It’s 8 months since I was elected as Chair of Planning Committee and my commitments were-
be active, be Green, have better debates, drive on money that is directed to the community; value our heritage and seek better buildings.
Active: yeah, I’ve seen more committees cancelled than possibly ever; I have written on the one that have met – 2019: December; October; July; June;
Better buildings: I often rehearse a set of simplistic mantras on building design – include a proper top to a building; announce the building any its main entrance; seek detail and decoration; celebrate the use of curves and the golden ratio;
Green: just held a presentation on greener offices; “fabric first” may well become – “fabric once you’ve got function, form and sustainability rehearsed”; now looking for a special policy document to supplement the agreed Local Plan and to meet the aspiration for carbon neutrality; also looking for using green technologies to bering detail and decoration;
Value our heritage: exhorting drawing upon lessons from The Lace Market and our Victorian and Edwardian architecture;
Money to the community: are rehearsing the processes for determining affordable section 106 contributions;
Better debates: a good range of contributions at committee; also contributing at the joint committees with County and surrounding boroughs;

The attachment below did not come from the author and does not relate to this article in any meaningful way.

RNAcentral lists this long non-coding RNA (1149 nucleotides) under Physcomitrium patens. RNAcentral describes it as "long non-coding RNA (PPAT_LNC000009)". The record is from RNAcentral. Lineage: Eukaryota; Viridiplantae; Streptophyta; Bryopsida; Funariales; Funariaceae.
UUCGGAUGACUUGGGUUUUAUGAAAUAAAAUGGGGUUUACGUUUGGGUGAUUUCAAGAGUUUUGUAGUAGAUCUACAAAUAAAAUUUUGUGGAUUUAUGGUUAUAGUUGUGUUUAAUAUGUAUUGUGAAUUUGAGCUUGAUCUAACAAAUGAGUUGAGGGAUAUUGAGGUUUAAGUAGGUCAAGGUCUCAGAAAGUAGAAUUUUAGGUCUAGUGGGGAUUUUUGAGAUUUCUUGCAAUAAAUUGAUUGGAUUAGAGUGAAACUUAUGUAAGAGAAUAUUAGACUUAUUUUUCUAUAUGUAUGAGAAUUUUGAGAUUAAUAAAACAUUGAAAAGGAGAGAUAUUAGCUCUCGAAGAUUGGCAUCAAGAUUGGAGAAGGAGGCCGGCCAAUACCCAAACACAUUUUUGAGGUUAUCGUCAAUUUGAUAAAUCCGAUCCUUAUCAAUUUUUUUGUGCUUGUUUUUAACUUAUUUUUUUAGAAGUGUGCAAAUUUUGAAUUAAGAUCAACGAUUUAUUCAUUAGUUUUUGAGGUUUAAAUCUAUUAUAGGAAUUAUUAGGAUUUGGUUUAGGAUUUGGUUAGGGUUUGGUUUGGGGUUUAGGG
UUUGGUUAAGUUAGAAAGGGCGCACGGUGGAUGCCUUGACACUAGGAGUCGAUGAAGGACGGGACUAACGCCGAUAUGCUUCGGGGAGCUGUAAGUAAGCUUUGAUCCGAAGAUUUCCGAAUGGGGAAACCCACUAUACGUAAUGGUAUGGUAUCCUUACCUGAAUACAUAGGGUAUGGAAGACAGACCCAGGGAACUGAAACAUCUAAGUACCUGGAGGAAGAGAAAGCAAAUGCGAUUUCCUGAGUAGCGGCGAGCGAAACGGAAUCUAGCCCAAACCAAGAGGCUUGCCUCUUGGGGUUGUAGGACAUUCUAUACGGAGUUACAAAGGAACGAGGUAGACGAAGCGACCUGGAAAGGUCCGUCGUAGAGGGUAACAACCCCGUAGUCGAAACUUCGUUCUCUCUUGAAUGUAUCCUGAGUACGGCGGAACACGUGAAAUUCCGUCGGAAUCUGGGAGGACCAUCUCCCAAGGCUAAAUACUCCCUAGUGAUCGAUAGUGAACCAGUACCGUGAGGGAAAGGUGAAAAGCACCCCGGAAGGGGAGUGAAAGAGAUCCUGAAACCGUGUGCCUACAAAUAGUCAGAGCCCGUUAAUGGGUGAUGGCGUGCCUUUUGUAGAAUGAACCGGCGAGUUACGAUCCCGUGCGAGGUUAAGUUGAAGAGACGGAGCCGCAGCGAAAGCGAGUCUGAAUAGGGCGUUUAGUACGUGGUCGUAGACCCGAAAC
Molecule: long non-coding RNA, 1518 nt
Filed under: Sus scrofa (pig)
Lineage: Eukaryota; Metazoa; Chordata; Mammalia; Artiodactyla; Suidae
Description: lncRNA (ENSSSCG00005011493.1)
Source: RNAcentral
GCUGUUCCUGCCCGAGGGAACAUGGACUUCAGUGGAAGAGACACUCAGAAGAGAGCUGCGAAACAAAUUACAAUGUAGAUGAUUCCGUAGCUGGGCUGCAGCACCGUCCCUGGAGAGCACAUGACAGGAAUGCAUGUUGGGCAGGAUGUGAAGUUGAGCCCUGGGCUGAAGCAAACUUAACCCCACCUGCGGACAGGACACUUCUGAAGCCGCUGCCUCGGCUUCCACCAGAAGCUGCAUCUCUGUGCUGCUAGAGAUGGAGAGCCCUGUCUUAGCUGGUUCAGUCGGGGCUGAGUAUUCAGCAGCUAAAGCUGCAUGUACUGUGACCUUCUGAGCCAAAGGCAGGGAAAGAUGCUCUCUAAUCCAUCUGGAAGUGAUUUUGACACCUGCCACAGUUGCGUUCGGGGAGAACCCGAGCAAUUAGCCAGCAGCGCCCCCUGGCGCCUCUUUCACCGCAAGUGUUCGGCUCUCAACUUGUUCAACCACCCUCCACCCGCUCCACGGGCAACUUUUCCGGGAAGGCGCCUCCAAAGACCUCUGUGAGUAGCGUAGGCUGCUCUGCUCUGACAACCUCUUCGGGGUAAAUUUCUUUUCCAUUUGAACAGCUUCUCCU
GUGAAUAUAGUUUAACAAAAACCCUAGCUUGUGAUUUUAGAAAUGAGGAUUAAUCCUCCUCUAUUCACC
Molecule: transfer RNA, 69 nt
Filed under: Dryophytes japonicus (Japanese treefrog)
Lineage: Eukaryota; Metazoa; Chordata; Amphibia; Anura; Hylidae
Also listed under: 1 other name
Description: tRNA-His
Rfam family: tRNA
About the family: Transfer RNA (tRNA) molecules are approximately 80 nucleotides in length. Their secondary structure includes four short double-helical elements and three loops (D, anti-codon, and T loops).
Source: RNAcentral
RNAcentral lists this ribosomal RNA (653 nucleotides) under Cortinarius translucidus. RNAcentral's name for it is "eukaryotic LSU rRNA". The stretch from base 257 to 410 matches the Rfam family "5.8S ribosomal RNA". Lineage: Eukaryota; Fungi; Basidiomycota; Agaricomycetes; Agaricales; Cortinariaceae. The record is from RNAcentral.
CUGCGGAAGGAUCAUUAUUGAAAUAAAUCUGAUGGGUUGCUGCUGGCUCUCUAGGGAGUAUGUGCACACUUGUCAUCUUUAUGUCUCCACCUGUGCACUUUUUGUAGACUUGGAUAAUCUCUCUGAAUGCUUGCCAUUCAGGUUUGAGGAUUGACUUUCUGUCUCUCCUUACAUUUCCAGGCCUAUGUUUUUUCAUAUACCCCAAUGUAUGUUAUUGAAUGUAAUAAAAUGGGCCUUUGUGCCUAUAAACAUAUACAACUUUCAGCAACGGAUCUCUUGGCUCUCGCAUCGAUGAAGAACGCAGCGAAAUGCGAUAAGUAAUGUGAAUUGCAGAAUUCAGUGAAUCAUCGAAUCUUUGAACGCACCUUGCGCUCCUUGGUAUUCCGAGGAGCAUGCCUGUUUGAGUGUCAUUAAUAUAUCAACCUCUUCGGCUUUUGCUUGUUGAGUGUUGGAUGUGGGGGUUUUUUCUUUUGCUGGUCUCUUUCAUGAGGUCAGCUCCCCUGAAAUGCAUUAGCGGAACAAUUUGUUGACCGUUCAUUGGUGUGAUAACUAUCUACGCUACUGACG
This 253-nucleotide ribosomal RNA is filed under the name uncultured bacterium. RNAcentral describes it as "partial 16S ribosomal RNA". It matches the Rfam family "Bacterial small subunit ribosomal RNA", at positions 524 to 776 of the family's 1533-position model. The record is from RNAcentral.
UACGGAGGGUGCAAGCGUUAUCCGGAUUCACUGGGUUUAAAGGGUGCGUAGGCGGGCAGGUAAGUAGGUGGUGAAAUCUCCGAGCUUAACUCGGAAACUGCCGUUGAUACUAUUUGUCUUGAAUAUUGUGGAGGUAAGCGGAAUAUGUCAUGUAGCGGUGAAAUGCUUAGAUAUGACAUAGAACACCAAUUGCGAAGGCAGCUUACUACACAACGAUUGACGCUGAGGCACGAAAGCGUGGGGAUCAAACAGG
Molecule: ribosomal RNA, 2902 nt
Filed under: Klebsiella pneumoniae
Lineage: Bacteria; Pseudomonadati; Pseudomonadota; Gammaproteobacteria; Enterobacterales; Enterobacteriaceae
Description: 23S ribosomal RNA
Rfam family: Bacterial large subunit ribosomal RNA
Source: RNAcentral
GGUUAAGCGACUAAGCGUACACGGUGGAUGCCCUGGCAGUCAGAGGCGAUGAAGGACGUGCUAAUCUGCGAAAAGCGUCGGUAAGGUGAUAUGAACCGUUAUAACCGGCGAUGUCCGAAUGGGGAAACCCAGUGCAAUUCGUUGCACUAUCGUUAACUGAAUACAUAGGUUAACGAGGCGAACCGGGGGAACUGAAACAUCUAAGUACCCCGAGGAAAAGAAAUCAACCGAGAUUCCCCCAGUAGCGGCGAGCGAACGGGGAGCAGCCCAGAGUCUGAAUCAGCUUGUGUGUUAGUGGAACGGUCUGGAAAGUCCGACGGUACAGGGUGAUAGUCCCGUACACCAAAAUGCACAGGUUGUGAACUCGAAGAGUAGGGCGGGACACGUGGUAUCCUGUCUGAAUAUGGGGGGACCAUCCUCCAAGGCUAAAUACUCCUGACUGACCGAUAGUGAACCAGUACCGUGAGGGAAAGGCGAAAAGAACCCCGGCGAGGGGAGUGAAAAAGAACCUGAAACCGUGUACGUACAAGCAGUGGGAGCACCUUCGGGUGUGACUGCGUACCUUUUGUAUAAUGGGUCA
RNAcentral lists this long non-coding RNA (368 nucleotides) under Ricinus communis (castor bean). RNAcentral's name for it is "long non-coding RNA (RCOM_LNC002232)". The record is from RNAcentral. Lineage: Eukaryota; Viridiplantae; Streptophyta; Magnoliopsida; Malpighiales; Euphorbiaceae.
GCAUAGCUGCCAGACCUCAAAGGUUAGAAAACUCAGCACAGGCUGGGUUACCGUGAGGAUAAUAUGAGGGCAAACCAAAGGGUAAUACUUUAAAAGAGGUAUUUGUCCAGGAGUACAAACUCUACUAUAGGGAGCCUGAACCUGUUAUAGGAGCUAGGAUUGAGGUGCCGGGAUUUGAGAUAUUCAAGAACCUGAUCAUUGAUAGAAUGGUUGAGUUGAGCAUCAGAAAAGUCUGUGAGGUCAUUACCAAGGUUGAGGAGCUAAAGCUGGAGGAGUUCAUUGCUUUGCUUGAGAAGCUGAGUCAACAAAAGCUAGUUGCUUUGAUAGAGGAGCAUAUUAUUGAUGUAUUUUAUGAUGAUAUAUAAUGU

Also nice that the press are regularly attending committee meetings.

Greener offices

Design sustainability into a new building from the outset.
Use natural ventilation – the era of fan driven air conditioning should be over.
Use ground source heat pumping, using the piles as the way to reach into the ground.
Don’t build above 8 stories cos serving the upper floors and carrying the weight against wind chill is too much.
Deep buildings can only work with air and light shafts.

High level conclusions presented to Nottingham architects and City Council planners.
Julian Marsh and Brian Royal making the contentions.
Supporting speech from Alan Simpson and an introduction from me.
If the contentions area supported, we’ll look to see them in a supplementary planning policy.
But we will have to work on persuading the developers too.

Simplistic Maxims for Assessing New Buildings

I am at times in awe of what architecture can do. As for the shock, you will be dismayed as to my basic knowledge of architecture and the simplistic maxims I use for assessing a building.

1. The Julie Andrews Maxim. When Julie writes, she begins with A, B, C. When she sings, she begins with do, re, mi. When she builds, she begins with bottom, middle, top. But modern buildings so often don’t bother with a top.